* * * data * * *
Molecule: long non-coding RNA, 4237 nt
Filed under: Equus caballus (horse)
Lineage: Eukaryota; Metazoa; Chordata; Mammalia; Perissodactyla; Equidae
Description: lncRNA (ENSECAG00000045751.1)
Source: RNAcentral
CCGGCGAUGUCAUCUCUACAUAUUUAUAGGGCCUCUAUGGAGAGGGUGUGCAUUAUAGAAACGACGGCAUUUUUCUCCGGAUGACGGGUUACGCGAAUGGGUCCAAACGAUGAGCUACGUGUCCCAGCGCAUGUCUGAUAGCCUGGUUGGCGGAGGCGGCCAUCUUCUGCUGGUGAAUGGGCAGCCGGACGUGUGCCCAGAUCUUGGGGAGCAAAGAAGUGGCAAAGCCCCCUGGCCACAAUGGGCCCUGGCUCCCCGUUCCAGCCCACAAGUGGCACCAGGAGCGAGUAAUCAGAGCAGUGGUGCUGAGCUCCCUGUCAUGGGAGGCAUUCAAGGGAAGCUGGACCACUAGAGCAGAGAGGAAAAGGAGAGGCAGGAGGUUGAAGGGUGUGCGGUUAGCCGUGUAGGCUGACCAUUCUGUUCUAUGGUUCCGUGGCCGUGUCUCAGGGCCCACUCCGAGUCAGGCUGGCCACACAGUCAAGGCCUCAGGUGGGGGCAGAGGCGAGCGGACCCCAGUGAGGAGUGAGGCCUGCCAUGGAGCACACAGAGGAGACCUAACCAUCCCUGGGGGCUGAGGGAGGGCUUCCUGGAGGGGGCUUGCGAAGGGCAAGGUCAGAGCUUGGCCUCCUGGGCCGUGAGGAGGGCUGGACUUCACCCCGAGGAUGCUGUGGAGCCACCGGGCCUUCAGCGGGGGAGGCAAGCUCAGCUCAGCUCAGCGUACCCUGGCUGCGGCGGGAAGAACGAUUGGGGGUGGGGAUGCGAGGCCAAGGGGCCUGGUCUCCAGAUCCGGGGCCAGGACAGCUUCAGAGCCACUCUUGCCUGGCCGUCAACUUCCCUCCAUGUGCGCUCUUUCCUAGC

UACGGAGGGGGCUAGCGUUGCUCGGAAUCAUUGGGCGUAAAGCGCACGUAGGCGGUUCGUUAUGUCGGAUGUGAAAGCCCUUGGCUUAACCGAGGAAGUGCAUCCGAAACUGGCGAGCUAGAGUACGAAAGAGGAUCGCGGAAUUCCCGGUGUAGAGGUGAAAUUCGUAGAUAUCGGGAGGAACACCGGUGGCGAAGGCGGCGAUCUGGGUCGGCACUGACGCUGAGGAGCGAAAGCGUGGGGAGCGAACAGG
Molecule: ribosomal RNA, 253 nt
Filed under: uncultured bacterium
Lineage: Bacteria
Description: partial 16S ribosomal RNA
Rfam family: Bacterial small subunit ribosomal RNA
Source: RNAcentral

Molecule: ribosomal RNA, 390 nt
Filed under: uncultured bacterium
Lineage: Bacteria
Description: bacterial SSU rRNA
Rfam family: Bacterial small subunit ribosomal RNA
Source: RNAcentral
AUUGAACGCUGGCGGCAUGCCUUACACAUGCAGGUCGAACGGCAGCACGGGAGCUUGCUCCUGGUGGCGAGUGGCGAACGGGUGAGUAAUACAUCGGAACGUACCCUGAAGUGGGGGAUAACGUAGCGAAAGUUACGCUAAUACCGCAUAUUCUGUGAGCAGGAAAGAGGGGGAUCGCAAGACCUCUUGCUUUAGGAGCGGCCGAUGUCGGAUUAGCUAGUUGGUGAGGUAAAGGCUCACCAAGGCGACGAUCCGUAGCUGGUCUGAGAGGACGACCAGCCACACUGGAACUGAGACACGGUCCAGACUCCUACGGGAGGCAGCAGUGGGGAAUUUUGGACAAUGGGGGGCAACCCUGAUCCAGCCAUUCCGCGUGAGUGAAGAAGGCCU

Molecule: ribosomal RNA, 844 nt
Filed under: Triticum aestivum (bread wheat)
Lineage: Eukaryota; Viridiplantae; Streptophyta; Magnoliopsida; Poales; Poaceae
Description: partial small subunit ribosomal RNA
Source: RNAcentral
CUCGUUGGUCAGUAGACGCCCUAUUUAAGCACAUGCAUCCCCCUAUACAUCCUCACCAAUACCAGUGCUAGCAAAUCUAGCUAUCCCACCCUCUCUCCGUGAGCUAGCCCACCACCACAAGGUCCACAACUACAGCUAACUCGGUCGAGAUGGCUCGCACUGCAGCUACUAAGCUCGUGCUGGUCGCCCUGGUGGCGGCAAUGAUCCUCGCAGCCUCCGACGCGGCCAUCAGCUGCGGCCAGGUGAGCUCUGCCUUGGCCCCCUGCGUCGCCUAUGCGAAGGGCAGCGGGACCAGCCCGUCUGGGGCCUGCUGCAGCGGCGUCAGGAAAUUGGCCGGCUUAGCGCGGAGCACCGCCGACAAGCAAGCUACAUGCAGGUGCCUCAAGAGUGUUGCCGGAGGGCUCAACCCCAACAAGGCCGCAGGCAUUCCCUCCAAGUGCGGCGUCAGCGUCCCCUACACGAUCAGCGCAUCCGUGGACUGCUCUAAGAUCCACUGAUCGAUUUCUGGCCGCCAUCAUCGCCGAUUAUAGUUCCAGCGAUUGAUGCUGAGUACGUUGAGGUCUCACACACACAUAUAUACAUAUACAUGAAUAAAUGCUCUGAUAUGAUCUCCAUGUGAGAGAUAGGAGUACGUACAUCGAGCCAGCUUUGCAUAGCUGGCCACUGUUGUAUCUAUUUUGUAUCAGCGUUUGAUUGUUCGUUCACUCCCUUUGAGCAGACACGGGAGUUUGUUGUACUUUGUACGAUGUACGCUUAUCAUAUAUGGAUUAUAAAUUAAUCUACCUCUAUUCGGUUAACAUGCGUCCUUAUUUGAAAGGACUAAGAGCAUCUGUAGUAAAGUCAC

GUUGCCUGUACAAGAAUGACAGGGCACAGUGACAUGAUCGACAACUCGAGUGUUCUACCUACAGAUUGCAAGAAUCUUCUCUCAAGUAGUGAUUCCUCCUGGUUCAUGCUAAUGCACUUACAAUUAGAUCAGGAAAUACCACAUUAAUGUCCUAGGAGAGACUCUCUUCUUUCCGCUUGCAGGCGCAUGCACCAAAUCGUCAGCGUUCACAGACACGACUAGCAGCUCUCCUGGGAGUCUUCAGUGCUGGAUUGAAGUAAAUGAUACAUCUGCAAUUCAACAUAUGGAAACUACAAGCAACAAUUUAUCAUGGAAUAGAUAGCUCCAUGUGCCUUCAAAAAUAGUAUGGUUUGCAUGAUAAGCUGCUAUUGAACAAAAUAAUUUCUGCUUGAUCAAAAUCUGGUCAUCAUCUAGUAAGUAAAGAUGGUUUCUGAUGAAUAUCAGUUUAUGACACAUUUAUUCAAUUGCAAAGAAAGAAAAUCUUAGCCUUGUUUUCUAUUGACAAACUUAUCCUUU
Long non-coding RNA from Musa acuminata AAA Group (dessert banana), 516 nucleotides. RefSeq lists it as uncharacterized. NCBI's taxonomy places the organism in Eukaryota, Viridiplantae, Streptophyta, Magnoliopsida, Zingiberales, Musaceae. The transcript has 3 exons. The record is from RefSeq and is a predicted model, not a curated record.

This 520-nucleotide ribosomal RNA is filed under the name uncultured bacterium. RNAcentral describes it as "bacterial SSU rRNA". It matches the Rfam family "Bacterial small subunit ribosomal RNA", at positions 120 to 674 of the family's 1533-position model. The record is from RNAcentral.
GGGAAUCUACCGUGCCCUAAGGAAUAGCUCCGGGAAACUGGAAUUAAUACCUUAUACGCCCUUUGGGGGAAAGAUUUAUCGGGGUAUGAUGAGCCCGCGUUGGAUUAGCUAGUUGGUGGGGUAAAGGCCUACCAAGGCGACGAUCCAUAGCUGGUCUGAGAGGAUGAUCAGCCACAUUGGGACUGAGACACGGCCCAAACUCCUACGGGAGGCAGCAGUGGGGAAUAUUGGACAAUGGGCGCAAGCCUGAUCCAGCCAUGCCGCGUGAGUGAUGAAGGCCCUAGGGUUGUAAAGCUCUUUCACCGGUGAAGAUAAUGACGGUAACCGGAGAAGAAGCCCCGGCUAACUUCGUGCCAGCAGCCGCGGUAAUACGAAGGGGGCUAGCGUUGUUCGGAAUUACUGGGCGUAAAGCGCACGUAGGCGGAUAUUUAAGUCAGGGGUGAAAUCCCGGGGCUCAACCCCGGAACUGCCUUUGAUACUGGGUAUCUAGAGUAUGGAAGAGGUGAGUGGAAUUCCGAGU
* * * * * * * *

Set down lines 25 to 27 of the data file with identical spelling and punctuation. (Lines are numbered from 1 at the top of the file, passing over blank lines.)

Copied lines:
Source: RNAcentral
CUCGUUGGUCAGUAGACGCCCUAUUUAAGCACAUGCAUCCCCCUAUACAUCCUCACCAAUACCAGUGCUAGCAAAUCUAGCUAUCCCACCCUCUCUCCGUGAGCUAGCCCACCACCACAAGGUCCACAACUACAGCUAACUCGGUCGAGAUGGCUCGCACUGCAGCUACUAAGCUCGUGCUGGUCGCCCUGGUGGCGGCAAUGAUCCUCGCAGCCUCCGACGCGGCCAUCAGCUGCGGCCAGGUGAGCUCUGCCUUGGCCCCCUGCGUCGCCUAUGCGAAGGGCAGCGGGACCAGCCCGUCUGGGGCCUGCUGCAGCGGCGUCAGGAAAUUGGCCGGCUUAGCGCGGAGCACCGCCGACAAGCAAGCUACAUGCAGGUGCCUCAAGAGUGUUGCCGGAGGGCUCAACCCCAACAAGGCCGCAGGCAUUCCCUCCAAGUGCGGCGUCAGCGUCCCCUACACGAUCAGCGCAUCCGUGGACUGCUCUAAGAUCCACUGAUCGAUUUCUGGCCGCCAUCAUCGCCGAUUAUAGUUCCAGCGAUUGAUGCUGAGUACGUUGAGGUCUCACACACACAUAUAUACAUAUACAUGAAUAAAUGCUCUGAUAUGAUCUCCAUGUGAGAGAUAGGAGUACGUACAUCGAGCCAGCUUUGCAUAGCUGGCCACUGUUGUAUCUAUUUUGUAUCAGCGUUUGAUUGUUCGUUCACUCCCUUUGAGCAGACACGGGAGUUUGUUGUACUUUGUACGAUGUACGCUUAUCAUAUAUGGAUUAUAAAUUAAUCUACCUCUAUUCGGUUAACAUGCGUCCUUAUUUGAAAGGACUAAGAGCAUCUGUAGUAAAGUCAC

GUUGCCUGUACAAGAAUGACAGGGCACAGUGACAUGAUCGACAACUCGAGUGUUCUACCUACAGAUUGCAAGAAUCUUCUCUCAAGUAGUGAUUCCUCCUGGUUCAUGCUAAUGCACUUACAAUUAGAUCAGGAAAUACCACAUUAAUGUCCUAGGAGAGACUCUCUUCUUUCCGCUUGCAGGCGCAUGCACCAAAUCGUCAGCGUUCACAGACACGACUAGCAGCUCUCCUGGGAGUCUUCAGUGCUGGAUUGAAGUAAAUGAUACAUCUGCAAUUCAACAUAUGGAAACUACAAGCAACAAUUUAUCAUGGAAUAGAUAGCUCCAUGUGCCUUCAAAAAUAGUAUGGUUUGCAUGAUAAGCUGCUAUUGAACAAAAUAAUUUCUGCUUGAUCAAAAUCUGGUCAUCAUCUAGUAAGUAAAGAUGGUUUCUGAUGAAUAUCAGUUUAUGACACAUUUAUUCAAUUGCAAAGAAAGAAAAUCUUAGCCUUGUUUUCUAUUGACAAACUUAUCCUUU